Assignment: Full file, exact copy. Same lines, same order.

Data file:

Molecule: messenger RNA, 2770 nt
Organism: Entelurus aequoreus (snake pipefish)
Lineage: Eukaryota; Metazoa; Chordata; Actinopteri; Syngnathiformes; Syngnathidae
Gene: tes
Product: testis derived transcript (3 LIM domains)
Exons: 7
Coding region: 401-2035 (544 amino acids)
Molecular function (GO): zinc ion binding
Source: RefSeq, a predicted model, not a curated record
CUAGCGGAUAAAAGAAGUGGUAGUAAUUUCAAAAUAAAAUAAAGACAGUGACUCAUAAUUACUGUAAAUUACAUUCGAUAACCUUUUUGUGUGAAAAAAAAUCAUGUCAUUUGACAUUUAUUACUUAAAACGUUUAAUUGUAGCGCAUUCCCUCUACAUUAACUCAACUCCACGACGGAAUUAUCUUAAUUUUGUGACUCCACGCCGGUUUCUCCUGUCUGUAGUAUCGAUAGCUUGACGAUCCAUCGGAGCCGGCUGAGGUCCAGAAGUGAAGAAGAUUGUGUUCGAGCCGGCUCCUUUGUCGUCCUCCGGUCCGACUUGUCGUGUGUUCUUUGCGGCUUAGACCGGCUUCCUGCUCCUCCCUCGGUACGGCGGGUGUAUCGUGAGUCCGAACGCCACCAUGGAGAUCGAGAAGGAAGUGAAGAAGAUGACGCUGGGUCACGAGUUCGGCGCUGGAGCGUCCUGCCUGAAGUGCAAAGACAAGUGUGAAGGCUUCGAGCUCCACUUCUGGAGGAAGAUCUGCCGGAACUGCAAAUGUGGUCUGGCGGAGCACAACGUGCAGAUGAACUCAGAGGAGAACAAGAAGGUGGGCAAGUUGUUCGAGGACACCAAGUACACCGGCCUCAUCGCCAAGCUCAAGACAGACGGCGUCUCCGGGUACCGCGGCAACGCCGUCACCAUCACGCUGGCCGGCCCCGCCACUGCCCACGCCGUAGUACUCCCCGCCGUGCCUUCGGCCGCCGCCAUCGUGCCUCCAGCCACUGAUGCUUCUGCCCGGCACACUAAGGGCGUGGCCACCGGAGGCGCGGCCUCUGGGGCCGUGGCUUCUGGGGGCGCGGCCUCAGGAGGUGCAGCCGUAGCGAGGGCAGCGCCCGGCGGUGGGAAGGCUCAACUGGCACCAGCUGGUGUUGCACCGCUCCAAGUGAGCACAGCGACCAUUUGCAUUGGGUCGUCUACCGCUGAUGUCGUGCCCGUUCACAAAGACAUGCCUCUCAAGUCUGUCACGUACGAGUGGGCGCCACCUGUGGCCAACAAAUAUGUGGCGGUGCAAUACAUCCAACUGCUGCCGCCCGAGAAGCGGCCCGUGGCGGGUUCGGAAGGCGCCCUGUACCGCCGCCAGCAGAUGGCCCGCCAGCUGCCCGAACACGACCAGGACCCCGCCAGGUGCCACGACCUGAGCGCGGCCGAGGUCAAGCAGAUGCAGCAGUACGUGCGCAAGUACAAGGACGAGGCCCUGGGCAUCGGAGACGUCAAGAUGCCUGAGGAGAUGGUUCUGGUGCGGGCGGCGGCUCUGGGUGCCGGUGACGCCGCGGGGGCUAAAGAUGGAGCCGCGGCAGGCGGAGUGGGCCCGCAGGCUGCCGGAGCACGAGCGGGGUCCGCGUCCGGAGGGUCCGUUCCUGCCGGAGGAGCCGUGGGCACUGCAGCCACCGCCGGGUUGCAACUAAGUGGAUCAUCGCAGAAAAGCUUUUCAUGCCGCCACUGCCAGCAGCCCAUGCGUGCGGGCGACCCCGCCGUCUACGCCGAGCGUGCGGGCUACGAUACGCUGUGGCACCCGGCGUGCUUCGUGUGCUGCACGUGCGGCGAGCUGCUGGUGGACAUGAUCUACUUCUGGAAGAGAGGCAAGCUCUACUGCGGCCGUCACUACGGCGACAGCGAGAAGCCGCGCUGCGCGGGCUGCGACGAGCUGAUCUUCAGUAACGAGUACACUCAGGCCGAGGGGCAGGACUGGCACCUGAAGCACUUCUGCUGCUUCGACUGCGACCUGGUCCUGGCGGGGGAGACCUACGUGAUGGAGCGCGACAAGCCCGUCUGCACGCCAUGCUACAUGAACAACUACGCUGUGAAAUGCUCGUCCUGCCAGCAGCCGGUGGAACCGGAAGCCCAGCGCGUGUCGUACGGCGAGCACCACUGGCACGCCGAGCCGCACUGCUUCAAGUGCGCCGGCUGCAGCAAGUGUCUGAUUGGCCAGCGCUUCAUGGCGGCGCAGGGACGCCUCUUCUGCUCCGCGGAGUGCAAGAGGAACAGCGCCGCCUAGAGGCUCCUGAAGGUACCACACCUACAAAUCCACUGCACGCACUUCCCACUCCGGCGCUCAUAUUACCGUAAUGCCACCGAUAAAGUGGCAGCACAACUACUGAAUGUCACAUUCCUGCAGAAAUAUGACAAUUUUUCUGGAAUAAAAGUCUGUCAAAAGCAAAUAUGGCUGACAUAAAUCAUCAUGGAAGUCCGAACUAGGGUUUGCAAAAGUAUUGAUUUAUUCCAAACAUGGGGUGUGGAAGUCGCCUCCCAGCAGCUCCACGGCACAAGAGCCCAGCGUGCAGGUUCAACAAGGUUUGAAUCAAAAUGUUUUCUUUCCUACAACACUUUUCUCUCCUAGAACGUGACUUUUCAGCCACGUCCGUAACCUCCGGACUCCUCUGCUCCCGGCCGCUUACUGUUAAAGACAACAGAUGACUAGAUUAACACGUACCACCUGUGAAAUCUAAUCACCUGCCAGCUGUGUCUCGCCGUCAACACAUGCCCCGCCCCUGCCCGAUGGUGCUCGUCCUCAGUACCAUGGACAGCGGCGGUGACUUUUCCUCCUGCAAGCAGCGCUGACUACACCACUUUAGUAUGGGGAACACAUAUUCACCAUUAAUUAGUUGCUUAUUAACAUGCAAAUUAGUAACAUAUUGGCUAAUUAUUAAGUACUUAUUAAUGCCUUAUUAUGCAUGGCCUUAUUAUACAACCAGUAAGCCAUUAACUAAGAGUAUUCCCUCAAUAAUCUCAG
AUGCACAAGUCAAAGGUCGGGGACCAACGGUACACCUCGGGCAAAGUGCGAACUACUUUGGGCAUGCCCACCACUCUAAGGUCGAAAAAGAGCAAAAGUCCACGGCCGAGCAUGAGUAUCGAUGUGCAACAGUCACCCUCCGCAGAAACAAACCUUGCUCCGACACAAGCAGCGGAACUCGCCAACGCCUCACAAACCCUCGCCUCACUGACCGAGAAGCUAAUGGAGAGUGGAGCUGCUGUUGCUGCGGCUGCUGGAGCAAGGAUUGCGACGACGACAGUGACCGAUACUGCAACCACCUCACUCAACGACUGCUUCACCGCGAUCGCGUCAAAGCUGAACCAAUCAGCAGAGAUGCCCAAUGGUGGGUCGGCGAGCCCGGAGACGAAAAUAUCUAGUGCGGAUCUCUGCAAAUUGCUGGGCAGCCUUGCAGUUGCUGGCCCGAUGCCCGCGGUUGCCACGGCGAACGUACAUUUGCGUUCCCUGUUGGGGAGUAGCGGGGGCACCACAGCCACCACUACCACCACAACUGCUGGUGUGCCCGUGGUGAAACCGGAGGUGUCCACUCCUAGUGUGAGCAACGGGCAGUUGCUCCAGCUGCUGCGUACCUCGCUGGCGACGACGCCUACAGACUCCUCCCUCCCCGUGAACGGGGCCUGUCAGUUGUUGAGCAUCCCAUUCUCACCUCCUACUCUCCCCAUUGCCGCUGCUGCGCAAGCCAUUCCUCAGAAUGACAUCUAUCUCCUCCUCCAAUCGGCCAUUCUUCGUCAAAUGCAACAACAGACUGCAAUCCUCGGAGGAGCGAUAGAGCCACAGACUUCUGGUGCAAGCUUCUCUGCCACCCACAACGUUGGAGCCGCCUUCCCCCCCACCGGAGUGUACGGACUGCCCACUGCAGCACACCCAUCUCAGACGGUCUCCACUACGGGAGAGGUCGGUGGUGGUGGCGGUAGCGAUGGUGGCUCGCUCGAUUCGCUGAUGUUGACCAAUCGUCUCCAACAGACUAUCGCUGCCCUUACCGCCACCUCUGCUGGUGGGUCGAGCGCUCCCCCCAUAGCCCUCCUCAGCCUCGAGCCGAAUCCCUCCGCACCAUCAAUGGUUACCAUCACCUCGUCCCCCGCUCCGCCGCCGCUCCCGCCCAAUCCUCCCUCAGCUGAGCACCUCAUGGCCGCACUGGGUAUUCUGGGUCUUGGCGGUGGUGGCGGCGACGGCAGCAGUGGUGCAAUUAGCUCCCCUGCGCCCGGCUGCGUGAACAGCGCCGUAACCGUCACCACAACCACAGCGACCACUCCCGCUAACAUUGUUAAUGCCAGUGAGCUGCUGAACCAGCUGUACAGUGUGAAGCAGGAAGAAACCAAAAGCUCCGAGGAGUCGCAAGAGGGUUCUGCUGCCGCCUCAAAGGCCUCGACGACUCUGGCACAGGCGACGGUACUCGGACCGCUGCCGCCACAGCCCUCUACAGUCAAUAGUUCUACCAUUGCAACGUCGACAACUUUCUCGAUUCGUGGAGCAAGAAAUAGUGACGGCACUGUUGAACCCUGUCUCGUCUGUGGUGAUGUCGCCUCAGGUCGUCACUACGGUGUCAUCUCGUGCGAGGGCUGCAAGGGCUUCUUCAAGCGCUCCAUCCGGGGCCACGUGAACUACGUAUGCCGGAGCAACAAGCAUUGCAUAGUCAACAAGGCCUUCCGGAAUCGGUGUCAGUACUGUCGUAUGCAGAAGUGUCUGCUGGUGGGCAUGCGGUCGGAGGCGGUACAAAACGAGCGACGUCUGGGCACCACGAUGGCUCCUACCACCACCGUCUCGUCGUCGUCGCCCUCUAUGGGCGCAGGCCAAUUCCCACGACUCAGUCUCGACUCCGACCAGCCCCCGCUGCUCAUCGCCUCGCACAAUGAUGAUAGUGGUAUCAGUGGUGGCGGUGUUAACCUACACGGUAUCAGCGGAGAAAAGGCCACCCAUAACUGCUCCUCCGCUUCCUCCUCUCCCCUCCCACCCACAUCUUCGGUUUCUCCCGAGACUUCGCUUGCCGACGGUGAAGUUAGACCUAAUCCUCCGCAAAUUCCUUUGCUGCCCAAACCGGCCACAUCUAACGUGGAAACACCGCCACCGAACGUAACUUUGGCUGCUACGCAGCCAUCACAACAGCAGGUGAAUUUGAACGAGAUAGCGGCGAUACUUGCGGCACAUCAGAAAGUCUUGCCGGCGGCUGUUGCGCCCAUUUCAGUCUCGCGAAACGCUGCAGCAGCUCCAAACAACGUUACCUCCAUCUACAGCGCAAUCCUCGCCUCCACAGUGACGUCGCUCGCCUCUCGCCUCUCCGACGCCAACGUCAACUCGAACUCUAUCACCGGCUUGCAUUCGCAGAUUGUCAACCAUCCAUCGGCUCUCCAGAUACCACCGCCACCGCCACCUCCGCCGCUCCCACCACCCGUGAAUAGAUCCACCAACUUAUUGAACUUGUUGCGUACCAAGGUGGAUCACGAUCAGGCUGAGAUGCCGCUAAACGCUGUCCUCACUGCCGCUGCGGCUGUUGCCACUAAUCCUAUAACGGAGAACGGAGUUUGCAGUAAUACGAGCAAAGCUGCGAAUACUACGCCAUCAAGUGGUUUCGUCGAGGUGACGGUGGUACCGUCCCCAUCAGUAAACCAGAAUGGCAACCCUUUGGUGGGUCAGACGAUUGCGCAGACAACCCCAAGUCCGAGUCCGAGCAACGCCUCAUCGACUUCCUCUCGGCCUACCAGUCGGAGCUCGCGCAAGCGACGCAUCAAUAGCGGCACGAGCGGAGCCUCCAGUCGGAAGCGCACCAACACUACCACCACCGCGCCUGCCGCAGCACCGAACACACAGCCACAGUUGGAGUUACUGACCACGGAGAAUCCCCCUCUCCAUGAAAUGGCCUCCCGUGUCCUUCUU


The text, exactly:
Molecule: messenger RNA, 2770 nt
Organism: Entelurus aequoreus (snake pipefish)
Lineage: Eukaryota; Metazoa; Chordata; Actinopteri; Syngnathiformes; Syngnathidae
Gene: tes
Product: testis derived transcript (3 LIM domains)
Exons: 7
Coding region: 401-2035 (544 amino acids)
Molecular function (GO): zinc ion binding
Source: RefSeq, a predicted model, not a curated record
CUAGCGGAUAAAAGAAGUGGUAGUAAUUUCAAAAUAAAAUAAAGACAGUGACUCAUAAUUACUGUAAAUUACAUUCGAUAACCUUUUUGUGUGAAAAAAAAUCAUGUCAUUUGACAUUUAUUACUUAAAACGUUUAAUUGUAGCGCAUUCCCUCUACAUUAACUCAACUCCACGACGGAAUUAUCUUAAUUUUGUGACUCCACGCCGGUUUCUCCUGUCUGUAGUAUCGAUAGCUUGACGAUCCAUCGGAGCCGGCUGAGGUCCAGAAGUGAAGAAGAUUGUGUUCGAGCCGGCUCCUUUGUCGUCCUCCGGUCCGACUUGUCGUGUGUUCUUUGCGGCUUAGACCGGCUUCCUGCUCCUCCCUCGGUACGGCGGGUGUAUCGUGAGUCCGAACGCCACCAUGGAGAUCGAGAAGGAAGUGAAGAAGAUGACGCUGGGUCACGAGUUCGGCGCUGGAGCGUCCUGCCUGAAGUGCAAAGACAAGUGUGAAGGCUUCGAGCUCCACUUCUGGAGGAAGAUCUGCCGGAACUGCAAAUGUGGUCUGGCGGAGCACAACGUGCAGAUGAACUCAGAGGAGAACAAGAAGGUGGGCAAGUUGUUCGAGGACACCAAGUACACCGGCCUCAUCGCCAAGCUCAAGACAGACGGCGUCUCCGGGUACCGCGGCAACGCCGUCACCAUCACGCUGGCCGGCCCCGCCACUGCCCACGCCGUAGUACUCCCCGCCGUGCCUUCGGCCGCCGCCAUCGUGCCUCCAGCCACUGAUGCUUCUGCCCGGCACACUAAGGGCGUGGCCACCGGAGGCGCGGCCUCUGGGGCCGUGGCUUCUGGGGGCGCGGCCUCAGGAGGUGCAGCCGUAGCGAGGGCAGCGCCCGGCGGUGGGAAGGCUCAACUGGCACCAGCUGGUGUUGCACCGCUCCAAGUGAGCACAGCGACCAUUUGCAUUGGGUCGUCUACCGCUGAUGUCGUGCCCGUUCACAAAGACAUGCCUCUCAAGUCUGUCACGUACGAGUGGGCGCCACCUGUGGCCAACAAAUAUGUGGCGGUGCAAUACAUCCAACUGCUGCCGCCCGAGAAGCGGCCCGUGGCGGGUUCGGAAGGCGCCCUGUACCGCCGCCAGCAGAUGGCCCGCCAGCUGCCCGAACACGACCAGGACCCCGCCAGGUGCCACGACCUGAGCGCGGCCGAGGUCAAGCAGAUGCAGCAGUACGUGCGCAAGUACAAGGACGAGGCCCUGGGCAUCGGAGACGUCAAGAUGCCUGAGGAGAUGGUUCUGGUGCGGGCGGCGGCUCUGGGUGCCGGUGACGCCGCGGGGGCUAAAGAUGGAGCCGCGGCAGGCGGAGUGGGCCCGCAGGCUGCCGGAGCACGAGCGGGGUCCGCGUCCGGAGGGUCCGUUCCUGCCGGAGGAGCCGUGGGCACUGCAGCCACCGCCGGGUUGCAACUAAGUGGAUCAUCGCAGAAAAGCUUUUCAUGCCGCCACUGCCAGCAGCCCAUGCGUGCGGGCGACCCCGCCGUCUACGCCGAGCGUGCGGGCUACGAUACGCUGUGGCACCCGGCGUGCUUCGUGUGCUGCACGUGCGGCGAGCUGCUGGUGGACAUGAUCUACUUCUGGAAGAGAGGCAAGCUCUACUGCGGCCGUCACUACGGCGACAGCGAGAAGCCGCGCUGCGCGGGCUGCGACGAGCUGAUCUUCAGUAACGAGUACACUCAGGCCGAGGGGCAGGACUGGCACCUGAAGCACUUCUGCUGCUUCGACUGCGACCUGGUCCUGGCGGGGGAGACCUACGUGAUGGAGCGCGACAAGCCCGUCUGCACGCCAUGCUACAUGAACAACUACGCUGUGAAAUGCUCGUCCUGCCAGCAGCCGGUGGAACCGGAAGCCCAGCGCGUGUCGUACGGCGAGCACCACUGGCACGCCGAGCCGCACUGCUUCAAGUGCGCCGGCUGCAGCAAGUGUCUGAUUGGCCAGCGCUUCAUGGCGGCGCAGGGACGCCUCUUCUGCUCCGCGGAGUGCAAGAGGAACAGCGCCGCCUAGAGGCUCCUGAAGGUACCACACCUACAAAUCCACUGCACGCACUUCCCACUCCGGCGCUCAUAUUACCGUAAUGCCACCGAUAAAGUGGCAGCACAACUACUGAAUGUCACAUUCCUGCAGAAAUAUGACAAUUUUUCUGGAAUAAAAGUCUGUCAAAAGCAAAUAUGGCUGACAUAAAUCAUCAUGGAAGUCCGAACUAGGGUUUGCAAAAGUAUUGAUUUAUUCCAAACAUGGGGUGUGGAAGUCGCCUCCCAGCAGCUCCACGGCACAAGAGCCCAGCGUGCAGGUUCAACAAGGUUUGAAUCAAAAUGUUUUCUUUCCUACAACACUUUUCUCUCCUAGAACGUGACUUUUCAGCCACGUCCGUAACCUCCGGACUCCUCUGCUCCCGGCCGCUUACUGUUAAAGACAACAGAUGACUAGAUUAACACGUACCACCUGUGAAAUCUAAUCACCUGCCAGCUGUGUCUCGCCGUCAACACAUGCCCCGCCCCUGCCCGAUGGUGCUCGUCCUCAGUACCAUGGACAGCGGCGGUGACUUUUCCUCCUGCAAGCAGCGCUGACUACACCACUUUAGUAUGGGGAACACAUAUUCACCAUUAAUUAGUUGCUUAUUAACAUGCAAAUUAGUAACAUAUUGGCUAAUUAUUAAGUACUUAUUAAUGCCUUAUUAUGCAUGGCCUUAUUAUACAACCAGUAAGCCAUUAACUAAGAGUAUUCCCUCAAUAAUCUCAG
AUGCACAAGUCAAAGGUCGGGGACCAACGGUACACCUCGGGCAAAGUGCGAACUACUUUGGGCAUGCCCACCACUCUAAGGUCGAAAAAGAGCAAAAGUCCACGGCCGAGCAUGAGUAUCGAUGUGCAACAGUCACCCUCCGCAGAAACAAACCUUGCUCCGACACAAGCAGCGGAACUCGCCAACGCCUCACAAACCCUCGCCUCACUGACCGAGAAGCUAAUGGAGAGUGGAGCUGCUGUUGCUGCGGCUGCUGGAGCAAGGAUUGCGACGACGACAGUGACCGAUACUGCAACCACCUCACUCAACGACUGCUUCACCGCGAUCGCGUCAAAGCUGAACCAAUCAGCAGAGAUGCCCAAUGGUGGGUCGGCGAGCCCGGAGACGAAAAUAUCUAGUGCGGAUCUCUGCAAAUUGCUGGGCAGCCUUGCAGUUGCUGGCCCGAUGCCCGCGGUUGCCACGGCGAACGUACAUUUGCGUUCCCUGUUGGGGAGUAGCGGGGGCACCACAGCCACCACUACCACCACAACUGCUGGUGUGCCCGUGGUGAAACCGGAGGUGUCCACUCCUAGUGUGAGCAACGGGCAGUUGCUCCAGCUGCUGCGUACCUCGCUGGCGACGACGCCUACAGACUCCUCCCUCCCCGUGAACGGGGCCUGUCAGUUGUUGAGCAUCCCAUUCUCACCUCCUACUCUCCCCAUUGCCGCUGCUGCGCAAGCCAUUCCUCAGAAUGACAUCUAUCUCCUCCUCCAAUCGGCCAUUCUUCGUCAAAUGCAACAACAGACUGCAAUCCUCGGAGGAGCGAUAGAGCCACAGACUUCUGGUGCAAGCUUCUCUGCCACCCACAACGUUGGAGCCGCCUUCCCCCCCACCGGAGUGUACGGACUGCCCACUGCAGCACACCCAUCUCAGACGGUCUCCACUACGGGAGAGGUCGGUGGUGGUGGCGGUAGCGAUGGUGGCUCGCUCGAUUCGCUGAUGUUGACCAAUCGUCUCCAACAGACUAUCGCUGCCCUUACCGCCACCUCUGCUGGUGGGUCGAGCGCUCCCCCCAUAGCCCUCCUCAGCCUCGAGCCGAAUCCCUCCGCACCAUCAAUGGUUACCAUCACCUCGUCCCCCGCUCCGCCGCCGCUCCCGCCCAAUCCUCCCUCAGCUGAGCACCUCAUGGCCGCACUGGGUAUUCUGGGUCUUGGCGGUGGUGGCGGCGACGGCAGCAGUGGUGCAAUUAGCUCCCCUGCGCCCGGCUGCGUGAACAGCGCCGUAACCGUCACCACAACCACAGCGACCACUCCCGCUAACAUUGUUAAUGCCAGUGAGCUGCUGAACCAGCUGUACAGUGUGAAGCAGGAAGAAACCAAAAGCUCCGAGGAGUCGCAAGAGGGUUCUGCUGCCGCCUCAAAGGCCUCGACGACUCUGGCACAGGCGACGGUACUCGGACCGCUGCCGCCACAGCCCUCUACAGUCAAUAGUUCUACCAUUGCAACGUCGACAACUUUCUCGAUUCGUGGAGCAAGAAAUAGUGACGGCACUGUUGAACCCUGUCUCGUCUGUGGUGAUGUCGCCUCAGGUCGUCACUACGGUGUCAUCUCGUGCGAGGGCUGCAAGGGCUUCUUCAAGCGCUCCAUCCGGGGCCACGUGAACUACGUAUGCCGGAGCAACAAGCAUUGCAUAGUCAACAAGGCCUUCCGGAAUCGGUGUCAGUACUGUCGUAUGCAGAAGUGUCUGCUGGUGGGCAUGCGGUCGGAGGCGGUACAAAACGAGCGACGUCUGGGCACCACGAUGGCUCCUACCACCACCGUCUCGUCGUCGUCGCCCUCUAUGGGCGCAGGCCAAUUCCCACGACUCAGUCUCGACUCCGACCAGCCCCCGCUGCUCAUCGCCUCGCACAAUGAUGAUAGUGGUAUCAGUGGUGGCGGUGUUAACCUACACGGUAUCAGCGGAGAAAAGGCCACCCAUAACUGCUCCUCCGCUUCCUCCUCUCCCCUCCCACCCACAUCUUCGGUUUCUCCCGAGACUUCGCUUGCCGACGGUGAAGUUAGACCUAAUCCUCCGCAAAUUCCUUUGCUGCCCAAACCGGCCACAUCUAACGUGGAAACACCGCCACCGAACGUAACUUUGGCUGCUACGCAGCCAUCACAACAGCAGGUGAAUUUGAACGAGAUAGCGGCGAUACUUGCGGCACAUCAGAAAGUCUUGCCGGCGGCUGUUGCGCCCAUUUCAGUCUCGCGAAACGCUGCAGCAGCUCCAAACAACGUUACCUCCAUCUACAGCGCAAUCCUCGCCUCCACAGUGACGUCGCUCGCCUCUCGCCUCUCCGACGCCAACGUCAACUCGAACUCUAUCACCGGCUUGCAUUCGCAGAUUGUCAACCAUCCAUCGGCUCUCCAGAUACCACCGCCACCGCCACCUCCGCCGCUCCCACCACCCGUGAAUAGAUCCACCAACUUAUUGAACUUGUUGCGUACCAAGGUGGAUCACGAUCAGGCUGAGAUGCCGCUAAACGCUGUCCUCACUGCCGCUGCGGCUGUUGCCACUAAUCCUAUAACGGAGAACGGAGUUUGCAGUAAUACGAGCAAAGCUGCGAAUACUACGCCAUCAAGUGGUUUCGUCGAGGUGACGGUGGUACCGUCCCCAUCAGUAAACCAGAAUGGCAACCCUUUGGUGGGUCAGACGAUUGCGCAGACAACCCCAAGUCCGAGUCCGAGCAACGCCUCAUCGACUUCCUCUCGGCCUACCAGUCGGAGCUCGCGCAAGCGACGCAUCAAUAGCGGCACGAGCGGAGCCUCCAGUCGGAAGCGCACCAACACUACCACCACCGCGCCUGCCGCAGCACCGAACACACAGCCACAGUUGGAGUUACUGACCACGGAGAAUCCCCCUCUCCAUGAAAUGGCCUCCCGUGUCCUUCUU